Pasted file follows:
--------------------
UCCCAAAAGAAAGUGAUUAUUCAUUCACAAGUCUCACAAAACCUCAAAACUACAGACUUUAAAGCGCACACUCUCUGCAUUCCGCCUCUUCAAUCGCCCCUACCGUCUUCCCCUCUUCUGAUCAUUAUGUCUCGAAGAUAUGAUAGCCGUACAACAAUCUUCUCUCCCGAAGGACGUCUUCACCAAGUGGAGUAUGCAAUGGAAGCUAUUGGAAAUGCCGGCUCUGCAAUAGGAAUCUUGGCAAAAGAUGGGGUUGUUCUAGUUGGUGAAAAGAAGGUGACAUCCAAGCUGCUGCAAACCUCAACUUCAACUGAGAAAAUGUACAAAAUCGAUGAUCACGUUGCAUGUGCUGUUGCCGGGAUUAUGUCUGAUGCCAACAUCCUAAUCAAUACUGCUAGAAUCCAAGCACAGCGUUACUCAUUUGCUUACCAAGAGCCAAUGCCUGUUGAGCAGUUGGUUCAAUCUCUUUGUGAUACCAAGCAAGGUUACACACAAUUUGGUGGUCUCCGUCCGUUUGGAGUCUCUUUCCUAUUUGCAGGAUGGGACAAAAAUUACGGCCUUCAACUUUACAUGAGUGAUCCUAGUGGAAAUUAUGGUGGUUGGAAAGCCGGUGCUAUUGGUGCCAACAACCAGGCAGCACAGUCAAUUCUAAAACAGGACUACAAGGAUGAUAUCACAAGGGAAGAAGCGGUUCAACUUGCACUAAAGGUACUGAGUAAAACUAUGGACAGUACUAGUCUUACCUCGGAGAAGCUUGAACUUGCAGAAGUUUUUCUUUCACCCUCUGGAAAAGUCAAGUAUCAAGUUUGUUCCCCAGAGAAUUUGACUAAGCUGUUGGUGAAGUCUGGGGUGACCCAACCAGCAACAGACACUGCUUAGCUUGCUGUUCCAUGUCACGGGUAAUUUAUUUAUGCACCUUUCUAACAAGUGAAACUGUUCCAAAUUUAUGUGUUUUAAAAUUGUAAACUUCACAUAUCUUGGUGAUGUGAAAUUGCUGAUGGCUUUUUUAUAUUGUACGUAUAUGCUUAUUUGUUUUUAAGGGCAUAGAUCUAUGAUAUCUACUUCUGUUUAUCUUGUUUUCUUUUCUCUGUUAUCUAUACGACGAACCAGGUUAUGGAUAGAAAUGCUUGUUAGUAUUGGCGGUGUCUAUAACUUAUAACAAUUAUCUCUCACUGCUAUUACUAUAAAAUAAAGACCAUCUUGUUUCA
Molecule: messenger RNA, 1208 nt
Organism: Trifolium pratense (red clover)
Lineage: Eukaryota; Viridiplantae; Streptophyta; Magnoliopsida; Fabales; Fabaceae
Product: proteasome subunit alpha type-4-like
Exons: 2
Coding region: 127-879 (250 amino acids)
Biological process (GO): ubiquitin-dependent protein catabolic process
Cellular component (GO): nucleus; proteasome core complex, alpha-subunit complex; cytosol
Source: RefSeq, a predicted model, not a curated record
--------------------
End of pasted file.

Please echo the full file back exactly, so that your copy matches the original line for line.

UCCCAAAAGAAAGUGAUUAUUCAUUCACAAGUCUCACAAAACCUCAAAACUACAGACUUUAAAGCGCACACUCUCUGCAUUCCGCCUCUUCAAUCGCCCCUACCGUCUUCCCCUCUUCUGAUCAUUAUGUCUCGAAGAUAUGAUAGCCGUACAACAAUCUUCUCUCCCGAAGGACGUCUUCACCAAGUGGAGUAUGCAAUGGAAGCUAUUGGAAAUGCCGGCUCUGCAAUAGGAAUCUUGGCAAAAGAUGGGGUUGUUCUAGUUGGUGAAAAGAAGGUGACAUCCAAGCUGCUGCAAACCUCAACUUCAACUGAGAAAAUGUACAAAAUCGAUGAUCACGUUGCAUGUGCUGUUGCCGGGAUUAUGUCUGAUGCCAACAUCCUAAUCAAUACUGCUAGAAUCCAAGCACAGCGUUACUCAUUUGCUUACCAAGAGCCAAUGCCUGUUGAGCAGUUGGUUCAAUCUCUUUGUGAUACCAAGCAAGGUUACACACAAUUUGGUGGUCUCCGUCCGUUUGGAGUCUCUUUCCUAUUUGCAGGAUGGGACAAAAAUUACGGCCUUCAACUUUACAUGAGUGAUCCUAGUGGAAAUUAUGGUGGUUGGAAAGCCGGUGCUAUUGGUGCCAACAACCAGGCAGCACAGUCAAUUCUAAAACAGGACUACAAGGAUGAUAUCACAAGGGAAGAAGCGGUUCAACUUGCACUAAAGGUACUGAGUAAAACUAUGGACAGUACUAGUCUUACCUCGGAGAAGCUUGAACUUGCAGAAGUUUUUCUUUCACCCUCUGGAAAAGUCAAGUAUCAAGUUUGUUCCCCAGAGAAUUUGACUAAGCUGUUGGUGAAGUCUGGGGUGACCCAACCAGCAACAGACACUGCUUAGCUUGCUGUUCCAUGUCACGGGUAAUUUAUUUAUGCACCUUUCUAACAAGUGAAACUGUUCCAAAUUUAUGUGUUUUAAAAUUGUAAACUUCACAUAUCUUGGUGAUGUGAAAUUGCUGAUGGCUUUUUUAUAUUGUACGUAUAUGCUUAUUUGUUUUUAAGGGCAUAGAUCUAUGAUAUCUACUUCUGUUUAUCUUGUUUUCUUUUCUCUGUUAUCUAUACGACGAACCAGGUUAUGGAUAGAAAUGCUUGUUAGUAUUGGCGGUGUCUAUAACUUAUAACAAUUAUCUCUCACUGCUAUUACUAUAAAAUAAAGACCAUCUUGUUUCA
Molecule: messenger RNA, 1208 nt
Organism: Trifolium pratense (red clover)
Lineage: Eukaryota; Viridiplantae; Streptophyta; Magnoliopsida; Fabales; Fabaceae
Product: proteasome subunit alpha type-4-like
Exons: 2
Coding region: 127-879 (250 amino acids)
Biological process (GO): ubiquitin-dependent protein catabolic process
Cellular component (GO): nucleus; proteasome core complex, alpha-subunit complex; cytosol
Source: RefSeq, a predicted model, not a curated record